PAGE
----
ERIC Number: ED192607
Record Type: RIE
Publication Date: 1980
Reference Count: 0
Notes on a Theory of Concept Representation in Semantic Memory. Lektos: Interdisciplinary Working Papers in Language Sciences, New Series, Volume 1.
Nahinsky, Irwin D.
A theory for representation of concepts in memory is proposed which emphasizes the association of salient exemplars with the concept. Previous theories dealing with the classification processes involved in acquiring new concepts have shown that clear category boundaries do not exist. It is proposed that present theory must account for the "fuzziness" of category boundaries found in natural languages as well as how learning is nonetheless achieved. A set of exemplars, associated with the concept through learning experience, is used for comparison with a newly encountered stimulus to ascertain if that stimulus is encoded as a set of features. Thus, the exemplars associated with the concept become a collection of intersecting feature sets. In this context, the set of features common to all exemplars is considered the set of "defining" features for the concept. A concept is considered "fuzzy" to the extent that "nondefining" features in the set of represented features are more frequent than defining features. Difficulty of verifying class membership for stimuli is hypothesized to increase with fuzziness of the concept as measured by a proposed index. Tests of the theory are suggested. (Author/PJM)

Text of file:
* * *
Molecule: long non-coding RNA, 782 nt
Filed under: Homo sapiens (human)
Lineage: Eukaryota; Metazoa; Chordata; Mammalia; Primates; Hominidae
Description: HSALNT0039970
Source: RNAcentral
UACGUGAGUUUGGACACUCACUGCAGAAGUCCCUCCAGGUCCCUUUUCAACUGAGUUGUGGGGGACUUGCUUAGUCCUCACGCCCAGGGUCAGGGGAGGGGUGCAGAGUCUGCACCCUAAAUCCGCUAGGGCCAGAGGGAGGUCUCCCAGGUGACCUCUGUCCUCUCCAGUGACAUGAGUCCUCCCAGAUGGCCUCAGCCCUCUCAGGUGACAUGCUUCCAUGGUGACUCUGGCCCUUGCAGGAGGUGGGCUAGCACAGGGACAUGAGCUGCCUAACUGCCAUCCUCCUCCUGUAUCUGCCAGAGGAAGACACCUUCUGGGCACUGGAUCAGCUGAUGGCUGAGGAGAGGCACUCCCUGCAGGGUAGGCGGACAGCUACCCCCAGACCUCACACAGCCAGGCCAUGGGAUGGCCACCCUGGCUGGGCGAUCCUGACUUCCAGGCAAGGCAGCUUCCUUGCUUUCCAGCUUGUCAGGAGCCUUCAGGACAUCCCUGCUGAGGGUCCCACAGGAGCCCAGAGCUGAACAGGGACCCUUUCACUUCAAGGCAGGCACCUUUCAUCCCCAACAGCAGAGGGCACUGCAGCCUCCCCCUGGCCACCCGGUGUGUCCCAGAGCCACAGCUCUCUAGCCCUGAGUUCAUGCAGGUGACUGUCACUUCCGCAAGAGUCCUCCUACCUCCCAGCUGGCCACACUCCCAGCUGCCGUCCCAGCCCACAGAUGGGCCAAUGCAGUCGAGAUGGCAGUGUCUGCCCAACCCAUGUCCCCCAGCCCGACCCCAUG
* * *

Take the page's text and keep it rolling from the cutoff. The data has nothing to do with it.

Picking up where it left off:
Publication Type: Reports - Research
Education Level: N/A
Authoring Institution: Louisville Univ., KY. Interdisciplinary Program in Linguistics.
Note: Not available in paper copy due to small print size.